Students and Faculty Participate in Scholar Strike Discussions


Fordham faculty hosted 5 events on Zoom where attendees watched “teach-in” videos and discussed issues of race, amongst other things. (Mackenzie Cranna/The Fordham Ram)

Last Tuesday and Wednesday, Fordham students and faculty participated in the nationwide #ScholarStrike. Inspired by NBA and WNBA protests, this movement asked scholars to pause their everyday work and focus on raising awareness and prompting action against racism, mass incarceration, policing and more. 

Fordham faculty put together five Zoom sessions over two days that covered a variety of topics. Jeannine Hill Fletcher, a professor in the theology department, described herself as similar toa communications director. She said that there was a network of people playing various roles. 

Fletcher said several faculty members learned of the scholar strike from networks outside of Fordham. From there, they created a network of people who were interested in working on it.  

In each session, they watched video clips of scholars and news pieces produced by outside entities to help understand the issue. Then they had a round table of discussants that opened up the conversations. Since the whole program was on Zoom, everyone in attendance was able to participate in the conversation.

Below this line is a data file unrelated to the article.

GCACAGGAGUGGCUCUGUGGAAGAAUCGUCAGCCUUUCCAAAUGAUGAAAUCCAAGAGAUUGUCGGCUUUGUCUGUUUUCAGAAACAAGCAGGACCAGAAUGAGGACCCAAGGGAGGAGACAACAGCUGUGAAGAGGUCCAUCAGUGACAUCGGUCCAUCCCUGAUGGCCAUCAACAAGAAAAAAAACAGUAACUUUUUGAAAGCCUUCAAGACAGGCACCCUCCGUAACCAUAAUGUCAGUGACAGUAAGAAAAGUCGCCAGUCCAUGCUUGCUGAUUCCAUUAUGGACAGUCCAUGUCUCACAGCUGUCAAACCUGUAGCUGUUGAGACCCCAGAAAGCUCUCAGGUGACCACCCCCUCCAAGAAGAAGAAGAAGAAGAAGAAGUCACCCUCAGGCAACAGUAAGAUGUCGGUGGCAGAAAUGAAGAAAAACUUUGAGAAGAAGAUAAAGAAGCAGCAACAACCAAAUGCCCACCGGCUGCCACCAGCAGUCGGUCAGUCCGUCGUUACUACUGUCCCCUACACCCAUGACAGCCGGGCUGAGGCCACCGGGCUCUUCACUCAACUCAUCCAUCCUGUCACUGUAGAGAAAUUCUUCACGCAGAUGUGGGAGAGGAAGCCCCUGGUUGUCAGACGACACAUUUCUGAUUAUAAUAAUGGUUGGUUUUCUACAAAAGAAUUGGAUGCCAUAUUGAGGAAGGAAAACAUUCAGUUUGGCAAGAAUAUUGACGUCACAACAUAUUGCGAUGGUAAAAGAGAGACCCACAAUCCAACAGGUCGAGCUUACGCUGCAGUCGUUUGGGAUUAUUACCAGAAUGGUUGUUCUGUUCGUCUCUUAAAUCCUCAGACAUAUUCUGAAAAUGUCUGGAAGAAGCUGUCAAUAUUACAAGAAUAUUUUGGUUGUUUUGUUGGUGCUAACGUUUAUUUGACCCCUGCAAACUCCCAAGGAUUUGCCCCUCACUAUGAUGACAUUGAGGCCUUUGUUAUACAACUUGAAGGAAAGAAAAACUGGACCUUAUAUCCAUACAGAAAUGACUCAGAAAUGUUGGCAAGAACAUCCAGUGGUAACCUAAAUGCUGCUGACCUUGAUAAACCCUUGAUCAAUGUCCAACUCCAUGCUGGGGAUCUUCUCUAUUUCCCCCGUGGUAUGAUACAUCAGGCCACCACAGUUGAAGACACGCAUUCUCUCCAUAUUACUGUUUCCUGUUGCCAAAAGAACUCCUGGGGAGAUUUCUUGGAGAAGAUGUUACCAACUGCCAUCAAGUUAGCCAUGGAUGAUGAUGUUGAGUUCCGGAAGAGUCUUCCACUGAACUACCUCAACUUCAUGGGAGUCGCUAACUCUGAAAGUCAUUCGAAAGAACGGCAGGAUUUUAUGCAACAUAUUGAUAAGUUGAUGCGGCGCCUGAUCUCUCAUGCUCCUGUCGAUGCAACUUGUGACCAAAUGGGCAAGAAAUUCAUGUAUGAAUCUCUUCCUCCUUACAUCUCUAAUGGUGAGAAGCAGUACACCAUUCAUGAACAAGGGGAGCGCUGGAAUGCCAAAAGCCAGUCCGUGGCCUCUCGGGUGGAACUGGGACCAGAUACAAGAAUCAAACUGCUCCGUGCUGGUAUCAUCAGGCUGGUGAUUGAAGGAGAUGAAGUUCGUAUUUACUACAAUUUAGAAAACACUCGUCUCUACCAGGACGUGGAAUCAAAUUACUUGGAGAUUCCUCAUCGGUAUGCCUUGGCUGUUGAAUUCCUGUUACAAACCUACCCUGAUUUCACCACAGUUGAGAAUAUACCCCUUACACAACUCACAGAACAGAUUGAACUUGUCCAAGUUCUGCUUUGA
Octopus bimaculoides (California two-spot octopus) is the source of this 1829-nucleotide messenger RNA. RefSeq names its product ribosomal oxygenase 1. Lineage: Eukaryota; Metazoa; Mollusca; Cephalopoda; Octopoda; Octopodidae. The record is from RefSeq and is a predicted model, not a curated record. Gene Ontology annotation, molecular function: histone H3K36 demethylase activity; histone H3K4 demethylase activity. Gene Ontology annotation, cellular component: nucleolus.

She said the sessions were pretty remarkable, citing about 65 people at the first session on Tuesday, about 100 at the second on Tuesday, and about 70 at the first session on Wednesday. 

“If you look at who shows up and who’s on the roundtables, we’re gonna have 400 people at Fordham who are already doing this work,” said Fletcher. 

Fletcher said this was an opportunity to reconnect across many different areas of the university. She hopes it helped to deepen their analysis and understanding by getting together outside of individual departments. 

“Fordham has a mission that includes the alleviation of suffering,” said Fletcher. “One of the insights from one of the student participants this morning was that we need to find ways of constituting the work that we’re doing at Fordham so that this is not just an opt-in discussion.” 

This movement has been described as a pause to business as usual, but Fletcher said this work is ongoing and the people who participated are the people who are already doing this work.

“These two days were just an opportunity to get together,” she said. 

Fletcher elaborated on the idea of the alleviation of suffering. She said that we have to be incorporating anti-racism and systemic analysis of racial injustice into all elements of the faculty’s teaching. This is central to what Fordham understands its mission to be and is too often an optional element of our work, according to Fletcher. 

“We need to make this more, not just a mission that we project, but we need to make sure it’s actually coming through in all areas of curriculum,” Fletcher said, echoing a sentiment made by a student at one of the discussions.  

Sophia Singh, FCRH ’21, a student discussant at the session entitled “The Role of Scholars in the Work of Racial Justice,” said she is passionate about racial and social justice and spent a lot of time learning more by reading activist literature over quarantine.